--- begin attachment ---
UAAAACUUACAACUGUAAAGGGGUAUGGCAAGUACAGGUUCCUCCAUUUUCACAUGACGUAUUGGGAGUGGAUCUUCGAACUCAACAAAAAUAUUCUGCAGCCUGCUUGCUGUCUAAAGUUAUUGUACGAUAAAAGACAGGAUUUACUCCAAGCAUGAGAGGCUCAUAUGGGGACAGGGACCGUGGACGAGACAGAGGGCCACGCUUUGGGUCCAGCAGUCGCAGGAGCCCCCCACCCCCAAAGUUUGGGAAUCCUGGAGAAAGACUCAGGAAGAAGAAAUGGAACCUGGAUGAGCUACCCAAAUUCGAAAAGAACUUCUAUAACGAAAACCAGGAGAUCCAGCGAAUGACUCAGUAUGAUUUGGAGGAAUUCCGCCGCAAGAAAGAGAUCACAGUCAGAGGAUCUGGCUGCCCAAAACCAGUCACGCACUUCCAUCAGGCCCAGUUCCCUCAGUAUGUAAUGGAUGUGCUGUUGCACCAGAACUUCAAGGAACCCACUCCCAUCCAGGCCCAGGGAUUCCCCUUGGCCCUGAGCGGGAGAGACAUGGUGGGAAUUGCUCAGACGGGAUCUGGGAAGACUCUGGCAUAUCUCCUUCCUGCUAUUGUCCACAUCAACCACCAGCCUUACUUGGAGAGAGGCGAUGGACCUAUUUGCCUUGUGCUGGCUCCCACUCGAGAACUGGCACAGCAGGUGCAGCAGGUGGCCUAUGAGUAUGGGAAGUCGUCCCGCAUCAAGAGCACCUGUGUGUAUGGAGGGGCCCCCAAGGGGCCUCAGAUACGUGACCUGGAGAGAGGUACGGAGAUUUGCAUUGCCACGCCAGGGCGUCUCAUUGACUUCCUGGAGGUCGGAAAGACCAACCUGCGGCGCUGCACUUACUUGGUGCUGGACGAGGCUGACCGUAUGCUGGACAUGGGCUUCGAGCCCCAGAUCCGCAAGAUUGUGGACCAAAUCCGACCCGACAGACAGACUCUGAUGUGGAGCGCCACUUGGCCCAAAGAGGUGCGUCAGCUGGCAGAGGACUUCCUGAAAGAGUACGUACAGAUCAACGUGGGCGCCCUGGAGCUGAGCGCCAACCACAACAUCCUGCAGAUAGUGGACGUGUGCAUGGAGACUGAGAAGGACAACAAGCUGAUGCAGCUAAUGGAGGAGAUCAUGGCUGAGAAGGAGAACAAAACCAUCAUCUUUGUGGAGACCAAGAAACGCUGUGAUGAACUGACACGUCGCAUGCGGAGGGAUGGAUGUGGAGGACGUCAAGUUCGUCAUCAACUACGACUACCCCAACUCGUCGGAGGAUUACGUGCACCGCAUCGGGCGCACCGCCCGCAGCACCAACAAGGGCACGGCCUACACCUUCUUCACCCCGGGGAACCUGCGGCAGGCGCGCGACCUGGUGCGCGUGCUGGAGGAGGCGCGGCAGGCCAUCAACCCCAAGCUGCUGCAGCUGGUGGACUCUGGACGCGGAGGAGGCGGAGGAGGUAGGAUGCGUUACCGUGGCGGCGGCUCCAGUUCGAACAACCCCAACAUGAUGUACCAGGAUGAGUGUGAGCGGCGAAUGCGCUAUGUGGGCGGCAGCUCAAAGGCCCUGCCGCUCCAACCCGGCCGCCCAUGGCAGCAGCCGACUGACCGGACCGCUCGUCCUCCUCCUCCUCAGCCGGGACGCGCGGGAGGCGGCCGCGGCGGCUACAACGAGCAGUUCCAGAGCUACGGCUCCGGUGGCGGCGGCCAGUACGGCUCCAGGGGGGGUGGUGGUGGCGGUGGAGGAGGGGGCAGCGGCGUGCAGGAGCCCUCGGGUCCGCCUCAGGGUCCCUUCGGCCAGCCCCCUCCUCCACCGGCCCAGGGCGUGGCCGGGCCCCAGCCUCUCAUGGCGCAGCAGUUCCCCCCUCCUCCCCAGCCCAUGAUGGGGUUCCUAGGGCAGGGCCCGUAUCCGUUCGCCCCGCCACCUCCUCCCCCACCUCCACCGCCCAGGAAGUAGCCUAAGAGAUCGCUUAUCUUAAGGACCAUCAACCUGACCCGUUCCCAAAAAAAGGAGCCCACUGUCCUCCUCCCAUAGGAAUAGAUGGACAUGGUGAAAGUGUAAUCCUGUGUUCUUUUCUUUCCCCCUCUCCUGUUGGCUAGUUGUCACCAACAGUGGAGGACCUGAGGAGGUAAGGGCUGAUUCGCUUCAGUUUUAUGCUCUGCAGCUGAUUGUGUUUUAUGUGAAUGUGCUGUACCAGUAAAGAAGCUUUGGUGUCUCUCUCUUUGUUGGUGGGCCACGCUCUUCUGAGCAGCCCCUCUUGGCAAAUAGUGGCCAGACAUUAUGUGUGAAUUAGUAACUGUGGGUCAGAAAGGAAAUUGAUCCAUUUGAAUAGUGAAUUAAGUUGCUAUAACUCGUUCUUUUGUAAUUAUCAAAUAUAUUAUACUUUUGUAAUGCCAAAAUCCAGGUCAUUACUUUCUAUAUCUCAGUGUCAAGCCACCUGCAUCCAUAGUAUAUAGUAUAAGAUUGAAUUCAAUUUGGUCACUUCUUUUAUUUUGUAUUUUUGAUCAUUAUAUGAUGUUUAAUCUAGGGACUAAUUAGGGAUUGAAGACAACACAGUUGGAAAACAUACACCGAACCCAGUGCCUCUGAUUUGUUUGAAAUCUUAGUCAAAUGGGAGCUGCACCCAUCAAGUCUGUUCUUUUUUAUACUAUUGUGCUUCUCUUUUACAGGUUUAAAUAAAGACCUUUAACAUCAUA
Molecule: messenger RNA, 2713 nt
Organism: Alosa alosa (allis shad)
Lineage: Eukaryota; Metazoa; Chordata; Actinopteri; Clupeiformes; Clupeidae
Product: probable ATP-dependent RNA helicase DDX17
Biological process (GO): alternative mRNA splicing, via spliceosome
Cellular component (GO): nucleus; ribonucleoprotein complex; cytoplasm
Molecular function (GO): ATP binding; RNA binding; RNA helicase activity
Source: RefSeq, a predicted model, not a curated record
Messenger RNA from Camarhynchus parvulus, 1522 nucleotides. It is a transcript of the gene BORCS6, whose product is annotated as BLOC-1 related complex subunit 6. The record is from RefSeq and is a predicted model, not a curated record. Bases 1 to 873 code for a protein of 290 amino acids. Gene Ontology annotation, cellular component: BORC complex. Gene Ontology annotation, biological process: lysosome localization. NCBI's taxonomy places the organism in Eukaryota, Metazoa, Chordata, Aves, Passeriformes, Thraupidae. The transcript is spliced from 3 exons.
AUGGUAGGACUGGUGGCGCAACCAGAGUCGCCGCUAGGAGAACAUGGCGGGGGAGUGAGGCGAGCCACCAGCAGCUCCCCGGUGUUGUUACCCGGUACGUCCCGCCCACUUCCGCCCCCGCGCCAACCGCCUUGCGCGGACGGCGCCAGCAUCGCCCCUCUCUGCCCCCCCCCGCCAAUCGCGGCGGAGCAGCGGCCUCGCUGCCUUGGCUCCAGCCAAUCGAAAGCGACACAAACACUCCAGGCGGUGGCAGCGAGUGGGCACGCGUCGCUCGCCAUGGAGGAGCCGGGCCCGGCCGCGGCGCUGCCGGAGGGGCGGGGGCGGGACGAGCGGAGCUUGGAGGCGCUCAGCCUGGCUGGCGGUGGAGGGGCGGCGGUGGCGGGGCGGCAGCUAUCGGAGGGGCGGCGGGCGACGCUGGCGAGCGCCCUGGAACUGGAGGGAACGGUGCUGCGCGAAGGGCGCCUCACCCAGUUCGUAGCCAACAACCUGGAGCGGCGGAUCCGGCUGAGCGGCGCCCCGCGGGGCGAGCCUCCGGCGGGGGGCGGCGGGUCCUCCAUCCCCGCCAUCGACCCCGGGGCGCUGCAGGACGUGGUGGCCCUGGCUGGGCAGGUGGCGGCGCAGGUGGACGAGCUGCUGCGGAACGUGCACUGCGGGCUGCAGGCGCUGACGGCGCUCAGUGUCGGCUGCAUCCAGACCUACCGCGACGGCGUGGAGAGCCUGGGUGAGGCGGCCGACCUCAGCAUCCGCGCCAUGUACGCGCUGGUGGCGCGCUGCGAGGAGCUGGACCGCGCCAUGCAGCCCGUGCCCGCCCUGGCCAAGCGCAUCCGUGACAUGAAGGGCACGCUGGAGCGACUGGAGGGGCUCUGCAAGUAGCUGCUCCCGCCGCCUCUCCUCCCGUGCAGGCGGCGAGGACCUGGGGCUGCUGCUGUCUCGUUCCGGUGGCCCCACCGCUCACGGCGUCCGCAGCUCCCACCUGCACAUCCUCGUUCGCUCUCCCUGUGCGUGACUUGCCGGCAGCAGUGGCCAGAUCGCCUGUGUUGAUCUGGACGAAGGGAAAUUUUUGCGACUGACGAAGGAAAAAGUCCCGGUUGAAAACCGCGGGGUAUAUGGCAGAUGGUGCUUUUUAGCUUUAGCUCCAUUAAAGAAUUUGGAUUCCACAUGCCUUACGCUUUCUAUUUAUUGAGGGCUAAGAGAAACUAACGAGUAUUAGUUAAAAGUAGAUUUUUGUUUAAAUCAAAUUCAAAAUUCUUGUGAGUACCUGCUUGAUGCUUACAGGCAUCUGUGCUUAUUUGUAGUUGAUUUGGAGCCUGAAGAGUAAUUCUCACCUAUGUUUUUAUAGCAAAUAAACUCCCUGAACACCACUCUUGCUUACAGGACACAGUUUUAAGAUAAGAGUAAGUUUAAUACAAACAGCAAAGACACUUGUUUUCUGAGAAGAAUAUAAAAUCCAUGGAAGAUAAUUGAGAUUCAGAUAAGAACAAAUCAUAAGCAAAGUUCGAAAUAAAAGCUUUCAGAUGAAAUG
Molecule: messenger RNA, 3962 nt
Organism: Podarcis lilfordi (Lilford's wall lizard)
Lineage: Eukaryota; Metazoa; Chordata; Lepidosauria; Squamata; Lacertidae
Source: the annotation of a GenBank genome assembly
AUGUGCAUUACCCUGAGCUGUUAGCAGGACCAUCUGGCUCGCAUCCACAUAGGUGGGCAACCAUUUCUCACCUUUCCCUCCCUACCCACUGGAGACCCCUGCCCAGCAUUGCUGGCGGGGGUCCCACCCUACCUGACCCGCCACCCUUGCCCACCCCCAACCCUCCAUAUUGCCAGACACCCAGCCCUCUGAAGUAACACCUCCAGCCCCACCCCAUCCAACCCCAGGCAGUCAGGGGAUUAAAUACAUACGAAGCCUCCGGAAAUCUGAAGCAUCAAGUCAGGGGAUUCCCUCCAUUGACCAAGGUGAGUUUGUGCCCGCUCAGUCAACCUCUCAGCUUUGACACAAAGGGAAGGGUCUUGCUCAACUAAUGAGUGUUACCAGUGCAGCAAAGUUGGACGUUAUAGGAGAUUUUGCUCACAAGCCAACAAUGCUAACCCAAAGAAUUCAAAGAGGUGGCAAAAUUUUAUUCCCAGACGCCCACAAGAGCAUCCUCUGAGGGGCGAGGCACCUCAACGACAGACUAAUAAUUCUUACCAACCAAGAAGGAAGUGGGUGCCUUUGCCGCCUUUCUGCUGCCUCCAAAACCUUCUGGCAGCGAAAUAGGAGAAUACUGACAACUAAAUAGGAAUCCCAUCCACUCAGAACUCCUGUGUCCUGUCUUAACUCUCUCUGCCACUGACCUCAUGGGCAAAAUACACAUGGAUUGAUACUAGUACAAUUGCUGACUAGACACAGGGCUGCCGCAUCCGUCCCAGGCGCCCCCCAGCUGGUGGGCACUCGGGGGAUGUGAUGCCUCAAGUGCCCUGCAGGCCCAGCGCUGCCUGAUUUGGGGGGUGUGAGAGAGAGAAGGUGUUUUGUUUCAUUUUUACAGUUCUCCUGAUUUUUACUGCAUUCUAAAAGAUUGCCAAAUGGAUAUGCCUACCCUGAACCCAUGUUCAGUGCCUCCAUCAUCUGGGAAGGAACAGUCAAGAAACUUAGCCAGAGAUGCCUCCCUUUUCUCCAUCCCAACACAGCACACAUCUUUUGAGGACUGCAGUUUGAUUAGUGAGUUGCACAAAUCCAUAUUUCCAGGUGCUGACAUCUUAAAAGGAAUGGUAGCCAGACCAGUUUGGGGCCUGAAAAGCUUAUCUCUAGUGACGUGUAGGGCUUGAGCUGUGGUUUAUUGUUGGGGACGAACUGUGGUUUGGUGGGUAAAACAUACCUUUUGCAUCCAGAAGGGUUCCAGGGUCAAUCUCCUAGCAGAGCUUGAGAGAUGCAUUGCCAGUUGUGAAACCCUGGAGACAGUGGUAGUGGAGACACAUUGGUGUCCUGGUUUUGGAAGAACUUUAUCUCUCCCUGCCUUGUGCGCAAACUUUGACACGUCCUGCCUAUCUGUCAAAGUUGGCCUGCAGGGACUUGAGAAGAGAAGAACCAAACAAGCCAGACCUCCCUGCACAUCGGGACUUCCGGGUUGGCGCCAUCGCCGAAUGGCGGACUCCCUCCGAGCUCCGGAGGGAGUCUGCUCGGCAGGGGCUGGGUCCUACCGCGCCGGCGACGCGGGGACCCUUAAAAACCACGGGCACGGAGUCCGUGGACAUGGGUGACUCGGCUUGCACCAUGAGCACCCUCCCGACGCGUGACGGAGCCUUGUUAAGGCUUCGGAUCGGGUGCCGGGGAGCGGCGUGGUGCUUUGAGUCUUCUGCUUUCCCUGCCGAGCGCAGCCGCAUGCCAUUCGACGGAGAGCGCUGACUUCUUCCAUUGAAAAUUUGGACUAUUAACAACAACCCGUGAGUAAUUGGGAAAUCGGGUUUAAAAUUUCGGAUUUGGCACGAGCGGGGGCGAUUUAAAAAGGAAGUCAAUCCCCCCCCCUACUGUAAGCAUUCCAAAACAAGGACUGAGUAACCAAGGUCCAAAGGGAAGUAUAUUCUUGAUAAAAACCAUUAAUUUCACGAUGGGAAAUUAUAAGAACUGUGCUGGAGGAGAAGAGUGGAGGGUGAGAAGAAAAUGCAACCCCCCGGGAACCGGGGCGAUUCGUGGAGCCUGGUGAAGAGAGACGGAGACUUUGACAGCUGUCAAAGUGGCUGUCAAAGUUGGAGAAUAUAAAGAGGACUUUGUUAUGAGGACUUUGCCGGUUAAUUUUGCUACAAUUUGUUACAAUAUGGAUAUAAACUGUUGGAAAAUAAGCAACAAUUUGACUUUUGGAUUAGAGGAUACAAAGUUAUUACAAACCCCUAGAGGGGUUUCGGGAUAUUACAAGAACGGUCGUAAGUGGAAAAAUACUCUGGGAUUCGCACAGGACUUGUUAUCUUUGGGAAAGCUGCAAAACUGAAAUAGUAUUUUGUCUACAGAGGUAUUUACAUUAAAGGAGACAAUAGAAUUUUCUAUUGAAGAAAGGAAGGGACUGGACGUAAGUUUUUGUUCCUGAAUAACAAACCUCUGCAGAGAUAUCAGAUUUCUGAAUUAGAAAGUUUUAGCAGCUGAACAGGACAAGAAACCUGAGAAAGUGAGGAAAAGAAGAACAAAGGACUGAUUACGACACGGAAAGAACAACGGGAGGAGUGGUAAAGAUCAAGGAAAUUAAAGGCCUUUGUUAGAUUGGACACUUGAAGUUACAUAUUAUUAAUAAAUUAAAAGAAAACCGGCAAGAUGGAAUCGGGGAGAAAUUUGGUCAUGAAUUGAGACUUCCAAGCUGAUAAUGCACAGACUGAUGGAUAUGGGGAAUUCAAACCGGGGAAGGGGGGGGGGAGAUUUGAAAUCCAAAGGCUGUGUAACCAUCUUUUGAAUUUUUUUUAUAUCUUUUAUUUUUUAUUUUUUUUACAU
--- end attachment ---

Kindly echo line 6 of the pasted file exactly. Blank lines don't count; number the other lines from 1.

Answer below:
Biological process (GO): alternative mRNA splicing, via spliceosome